Springboks throw down gauntlet to Samoa
Warren Gatland has his answer - South Africa can play rugby.
Having struggled to repress by a single point the challenge of the Welsh coach's team in their opening game, a result that nearly reduced Gatland to tears, the Springboks yesterday gave a perfect retort to his jibe about their ability to play by smashing Fiji.
In 2007 after South Africa had beaten the islanders in an immense struggle in their Marseilles quarterfinal I wrote "the Springboks played like world champions to beat Fiji".
Four years on the words are still entirely appropriate.
In Wellington yesterday, John Smit and his men threw down the gauntlet to Samoa, their last menacing Pool D opponents, and sent out a strong message that they will not lightly surrender the Webb Ellis Cup.
This was an outstanding performance; one of the best under Peter de Villiers' custodianship and credit must go to the coaching staff for laying down a template that exposed the weaknesses in the Fiji set-up and finally sucked the power out of their legs.
The Springboks' back-up staff identified a lack of conditioning evident in Fiji's opening game against Namibia and the players brutally applied the tourniquet.
Fiji were smashed in the scrums and smashed to ground when running into tackles. There had been talk of South Africa's weakness in the flyhalf channel but instead the holes were on Fiji's side as the Springboks carried the ball to and beyond the advantage line.
Fiji, too, were shown to be skittish under the high ball but the Springboks, so often castigated for putting boot to ball, did not need to put this tactic to use so frequently.
The superb win, although not faultless, was built on immense individual performances.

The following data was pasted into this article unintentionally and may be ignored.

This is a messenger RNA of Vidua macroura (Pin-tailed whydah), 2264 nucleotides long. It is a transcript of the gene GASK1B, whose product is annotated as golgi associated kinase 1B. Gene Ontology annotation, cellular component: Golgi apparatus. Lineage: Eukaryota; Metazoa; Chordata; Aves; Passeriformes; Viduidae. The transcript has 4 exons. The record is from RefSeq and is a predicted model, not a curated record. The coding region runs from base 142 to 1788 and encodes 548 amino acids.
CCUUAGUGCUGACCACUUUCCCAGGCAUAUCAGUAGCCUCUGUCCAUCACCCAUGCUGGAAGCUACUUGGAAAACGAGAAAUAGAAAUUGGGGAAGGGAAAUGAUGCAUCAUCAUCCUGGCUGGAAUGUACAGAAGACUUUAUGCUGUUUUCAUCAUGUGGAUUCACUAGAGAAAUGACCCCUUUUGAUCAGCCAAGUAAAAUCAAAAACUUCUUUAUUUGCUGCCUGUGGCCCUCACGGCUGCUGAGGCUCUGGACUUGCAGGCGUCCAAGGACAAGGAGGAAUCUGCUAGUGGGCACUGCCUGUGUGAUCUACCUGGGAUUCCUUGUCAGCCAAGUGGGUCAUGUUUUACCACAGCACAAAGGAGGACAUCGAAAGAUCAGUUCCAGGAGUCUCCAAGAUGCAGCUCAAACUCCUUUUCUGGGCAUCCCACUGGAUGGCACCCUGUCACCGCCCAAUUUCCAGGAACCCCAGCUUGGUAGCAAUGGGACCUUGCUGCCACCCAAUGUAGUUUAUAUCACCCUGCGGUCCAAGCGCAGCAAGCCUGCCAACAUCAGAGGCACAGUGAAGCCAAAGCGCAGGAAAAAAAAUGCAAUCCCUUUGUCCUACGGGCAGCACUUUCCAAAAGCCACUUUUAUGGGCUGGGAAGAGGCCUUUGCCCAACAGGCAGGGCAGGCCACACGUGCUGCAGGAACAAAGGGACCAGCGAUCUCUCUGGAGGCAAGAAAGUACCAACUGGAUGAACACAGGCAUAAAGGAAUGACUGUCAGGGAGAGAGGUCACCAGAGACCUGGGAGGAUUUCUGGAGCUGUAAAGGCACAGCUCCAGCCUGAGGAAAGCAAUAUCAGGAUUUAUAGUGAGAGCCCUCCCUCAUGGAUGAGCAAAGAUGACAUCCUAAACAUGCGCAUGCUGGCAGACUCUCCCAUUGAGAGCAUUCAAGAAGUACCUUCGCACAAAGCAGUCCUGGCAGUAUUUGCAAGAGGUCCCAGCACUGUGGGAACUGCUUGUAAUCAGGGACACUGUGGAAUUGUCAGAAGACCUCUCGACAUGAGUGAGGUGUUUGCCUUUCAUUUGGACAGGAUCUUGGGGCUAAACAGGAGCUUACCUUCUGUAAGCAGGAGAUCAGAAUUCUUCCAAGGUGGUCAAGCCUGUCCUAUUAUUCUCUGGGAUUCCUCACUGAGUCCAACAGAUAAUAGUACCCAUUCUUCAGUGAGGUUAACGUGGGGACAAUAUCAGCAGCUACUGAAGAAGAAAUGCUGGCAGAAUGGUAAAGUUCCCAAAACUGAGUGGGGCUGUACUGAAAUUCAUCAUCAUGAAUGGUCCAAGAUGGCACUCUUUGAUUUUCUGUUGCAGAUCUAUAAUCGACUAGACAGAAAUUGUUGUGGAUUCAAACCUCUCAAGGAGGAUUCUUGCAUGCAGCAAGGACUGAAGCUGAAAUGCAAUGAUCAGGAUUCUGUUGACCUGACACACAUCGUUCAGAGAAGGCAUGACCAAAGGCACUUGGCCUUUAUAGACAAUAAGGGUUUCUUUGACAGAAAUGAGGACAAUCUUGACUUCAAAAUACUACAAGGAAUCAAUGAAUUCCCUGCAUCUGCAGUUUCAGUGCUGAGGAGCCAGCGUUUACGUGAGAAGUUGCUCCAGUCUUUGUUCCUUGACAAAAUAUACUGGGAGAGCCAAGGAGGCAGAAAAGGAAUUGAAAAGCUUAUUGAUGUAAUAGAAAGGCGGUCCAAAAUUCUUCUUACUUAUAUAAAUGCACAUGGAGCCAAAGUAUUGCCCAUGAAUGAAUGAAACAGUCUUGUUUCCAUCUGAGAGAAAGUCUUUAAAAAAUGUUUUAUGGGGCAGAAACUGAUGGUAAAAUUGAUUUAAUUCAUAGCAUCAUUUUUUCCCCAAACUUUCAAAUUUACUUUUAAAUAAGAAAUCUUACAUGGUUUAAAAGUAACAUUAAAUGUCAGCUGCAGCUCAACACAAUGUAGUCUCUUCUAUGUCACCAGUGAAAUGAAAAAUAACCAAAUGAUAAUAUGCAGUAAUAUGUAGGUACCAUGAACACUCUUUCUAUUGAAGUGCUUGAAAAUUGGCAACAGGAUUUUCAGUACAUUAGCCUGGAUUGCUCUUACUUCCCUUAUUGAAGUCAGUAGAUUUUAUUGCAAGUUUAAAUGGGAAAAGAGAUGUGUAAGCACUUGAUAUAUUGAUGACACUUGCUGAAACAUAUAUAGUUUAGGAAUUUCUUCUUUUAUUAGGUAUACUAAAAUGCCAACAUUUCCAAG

Danie Rossouw, the willing soldier, was immense in winning the Man of the Match award. Rossouw, standing in for Victor Matfield, marshalled the Boks' lineout, carried the ball strongly, and was always in the vanguard when an abrasive physical point needed to be made.
How fitting then that the big Blue Bull was the scorer of the last of South Africa's six tries.
Schalk Burger was not far behind and right back to being the dynamo.
Heinrich Brussow scavenged as only he can and revealed unsuspected skills with a deft diagonal chip to set up Frans Steyn's try.
Pierre Spies showed what a player and threat he can be when he stays on his feet; Bakkies Botha provided the fiery 40 minutes required of him and there can't be a harder worker than Gurthro Steenkamp.
John Smit picked up his usual facial abrasions for the cause and showed that the coach may have a point in playing him into form while the third member of the frontrow union, Jannie du Plessis, was strong and as belligerent as a tighthead should be.
Morne Steyn provided key impetus in what might have been a career-changing outing with the way he ran onto the ball and took it to the advantage line and Frans Steyn had his second strong game at the tournament and scored another long penalty.
Patrick Lambie, shaking off tackles that appeared too violent for a 20-year-old, showed the value of a fullback prepared to range into the line; Jaque Fourie made the point that destructive running is not the preserve of the islanders and there was a return to his best for JP Pietersen.
The reserves, with the battleship Bismarck steaming in front of the fleet, all made a contribution that would have made Samoa, waiting in Hamilton for today's outing against Wales, very worried.
All in all a "beware the Boks" outing with the only concern being the difficulties experienced by a skittish-looking Fourie du Preez.